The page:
The brig Hope, with a valuable cargo, had been conducted, in the evening, by a pilot inside of Mobile point, where pilots of the outer harbor usually leave vessels which they pilot inside of that bar. The pilot was discharged, and the Hope proceeded up the bay of Mobile. The wind soon after changed, blen a violent gale from the northwest, both anchors paried, and the Hope was driven on a
boundary of two be lawful for the master or commander of any vessel coming into or States, pilots licensed by
going out of any port situate upon waters, which are the boundary either may be between two States, to employ any pilot duly licensed or authorized by employed. the laws of either of the States bounded on the said waters, to pilot
said vessel to or from said port; any law, usage, or custom, to the contrary notwithstanding,
APPROVED, March 2, 1837. STATUTE II. March 2, 1837. CHAP. XXIII. - An Act to extend for a longer period the several acts now in force
for the relief of certain insolvent debtors of the United States.
Be it enacted by the Senate and House of Representatives of the Extended for United States of America in Congress assembled, That the act entitled three years.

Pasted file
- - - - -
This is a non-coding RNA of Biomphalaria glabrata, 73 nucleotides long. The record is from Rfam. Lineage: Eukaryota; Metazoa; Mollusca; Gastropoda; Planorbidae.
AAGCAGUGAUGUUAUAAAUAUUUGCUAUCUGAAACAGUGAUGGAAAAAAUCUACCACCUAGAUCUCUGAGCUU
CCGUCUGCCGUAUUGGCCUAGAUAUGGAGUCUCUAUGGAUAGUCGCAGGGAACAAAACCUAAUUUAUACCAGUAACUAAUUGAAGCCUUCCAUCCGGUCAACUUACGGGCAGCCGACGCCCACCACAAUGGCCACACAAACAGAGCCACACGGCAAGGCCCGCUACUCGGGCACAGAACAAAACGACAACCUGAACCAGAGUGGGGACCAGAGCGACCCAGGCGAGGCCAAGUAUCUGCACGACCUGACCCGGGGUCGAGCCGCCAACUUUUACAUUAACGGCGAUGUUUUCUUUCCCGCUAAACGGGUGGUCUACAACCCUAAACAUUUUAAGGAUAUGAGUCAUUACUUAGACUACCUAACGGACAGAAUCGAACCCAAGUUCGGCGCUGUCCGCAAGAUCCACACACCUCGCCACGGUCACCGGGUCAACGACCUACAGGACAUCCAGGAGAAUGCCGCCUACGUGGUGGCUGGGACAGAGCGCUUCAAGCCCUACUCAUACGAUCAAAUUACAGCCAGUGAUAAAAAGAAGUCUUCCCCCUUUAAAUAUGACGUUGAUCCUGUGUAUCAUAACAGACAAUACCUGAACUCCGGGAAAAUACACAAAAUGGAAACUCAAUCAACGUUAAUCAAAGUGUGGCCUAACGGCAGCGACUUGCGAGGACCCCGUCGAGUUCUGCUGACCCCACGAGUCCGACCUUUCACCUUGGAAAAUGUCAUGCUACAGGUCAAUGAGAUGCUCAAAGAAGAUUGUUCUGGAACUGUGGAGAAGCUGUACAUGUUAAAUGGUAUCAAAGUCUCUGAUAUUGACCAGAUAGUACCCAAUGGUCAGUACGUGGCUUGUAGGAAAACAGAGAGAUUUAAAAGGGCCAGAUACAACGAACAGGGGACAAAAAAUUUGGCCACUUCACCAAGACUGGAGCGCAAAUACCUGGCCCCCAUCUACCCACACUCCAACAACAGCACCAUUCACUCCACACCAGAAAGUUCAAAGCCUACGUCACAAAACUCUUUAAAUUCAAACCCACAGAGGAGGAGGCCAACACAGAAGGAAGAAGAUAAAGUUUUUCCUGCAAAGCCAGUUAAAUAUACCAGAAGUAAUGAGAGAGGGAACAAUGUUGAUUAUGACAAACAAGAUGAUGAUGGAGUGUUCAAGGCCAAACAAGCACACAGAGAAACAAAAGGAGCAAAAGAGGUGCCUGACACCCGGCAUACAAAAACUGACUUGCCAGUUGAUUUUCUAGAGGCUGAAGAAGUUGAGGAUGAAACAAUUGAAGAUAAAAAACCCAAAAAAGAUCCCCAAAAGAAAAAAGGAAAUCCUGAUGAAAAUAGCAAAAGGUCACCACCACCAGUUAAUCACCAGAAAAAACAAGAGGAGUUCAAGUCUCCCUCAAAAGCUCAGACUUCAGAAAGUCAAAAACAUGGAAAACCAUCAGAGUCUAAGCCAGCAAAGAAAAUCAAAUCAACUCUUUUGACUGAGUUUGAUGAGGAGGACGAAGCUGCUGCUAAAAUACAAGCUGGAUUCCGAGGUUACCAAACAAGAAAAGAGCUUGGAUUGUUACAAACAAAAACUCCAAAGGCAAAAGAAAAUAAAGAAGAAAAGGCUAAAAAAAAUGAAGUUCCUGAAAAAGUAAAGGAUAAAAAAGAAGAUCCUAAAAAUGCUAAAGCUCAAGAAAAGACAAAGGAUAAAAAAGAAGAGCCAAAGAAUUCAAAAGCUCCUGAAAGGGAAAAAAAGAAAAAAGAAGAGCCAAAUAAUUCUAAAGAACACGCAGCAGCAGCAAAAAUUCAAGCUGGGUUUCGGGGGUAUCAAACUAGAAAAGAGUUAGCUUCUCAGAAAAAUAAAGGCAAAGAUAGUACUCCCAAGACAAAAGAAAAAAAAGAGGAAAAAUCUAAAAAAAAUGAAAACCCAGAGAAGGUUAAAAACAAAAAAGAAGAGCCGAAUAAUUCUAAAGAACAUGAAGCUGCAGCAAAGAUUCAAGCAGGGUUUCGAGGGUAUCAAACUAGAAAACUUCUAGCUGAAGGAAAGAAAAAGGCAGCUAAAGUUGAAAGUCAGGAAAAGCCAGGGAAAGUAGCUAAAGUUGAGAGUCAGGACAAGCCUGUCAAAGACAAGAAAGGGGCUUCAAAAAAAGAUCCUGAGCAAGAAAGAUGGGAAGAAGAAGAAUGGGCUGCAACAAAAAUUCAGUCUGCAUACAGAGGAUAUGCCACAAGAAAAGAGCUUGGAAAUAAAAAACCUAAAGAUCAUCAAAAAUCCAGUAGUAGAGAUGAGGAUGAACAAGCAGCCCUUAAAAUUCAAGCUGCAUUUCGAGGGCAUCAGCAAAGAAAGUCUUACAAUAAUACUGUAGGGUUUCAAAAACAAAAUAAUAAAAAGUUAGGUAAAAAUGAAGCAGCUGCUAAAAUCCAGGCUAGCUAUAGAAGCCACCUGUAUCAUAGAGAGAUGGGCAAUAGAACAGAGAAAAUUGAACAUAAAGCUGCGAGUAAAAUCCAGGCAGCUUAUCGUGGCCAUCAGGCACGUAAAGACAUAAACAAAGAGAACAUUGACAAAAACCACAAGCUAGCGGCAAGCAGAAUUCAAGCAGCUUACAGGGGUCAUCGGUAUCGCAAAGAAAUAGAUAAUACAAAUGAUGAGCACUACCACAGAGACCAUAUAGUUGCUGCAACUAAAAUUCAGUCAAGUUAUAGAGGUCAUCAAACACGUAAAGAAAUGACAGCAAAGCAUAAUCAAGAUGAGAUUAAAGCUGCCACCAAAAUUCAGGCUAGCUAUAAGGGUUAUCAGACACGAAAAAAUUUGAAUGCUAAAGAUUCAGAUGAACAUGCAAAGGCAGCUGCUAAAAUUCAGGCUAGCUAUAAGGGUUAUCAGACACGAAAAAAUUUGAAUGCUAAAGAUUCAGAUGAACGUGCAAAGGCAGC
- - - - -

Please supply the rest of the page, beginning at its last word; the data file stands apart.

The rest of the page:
“An act for the relief of certain insolvent debtors of the United States," Act of March 2,1831, ch. 62. passed on the second day of March, one thousand eight hundred and
Act of July 14, thirty-one, and an act in addition thereto, passed on the fourteenth day 1832, ch. 230.
of July, one thousand eight hundred and thirty-two, and an act to revive Act of June 7, and amend the said acts, passed on the seventh day of June, one thou1834, ch. 45.
sand eight hundred and thirty-four, be, and the same are hereby extended and continued in force for three years from and after the pas
sage of this act. Application. Sec. 2. And be it further enacted, That the provisions of the said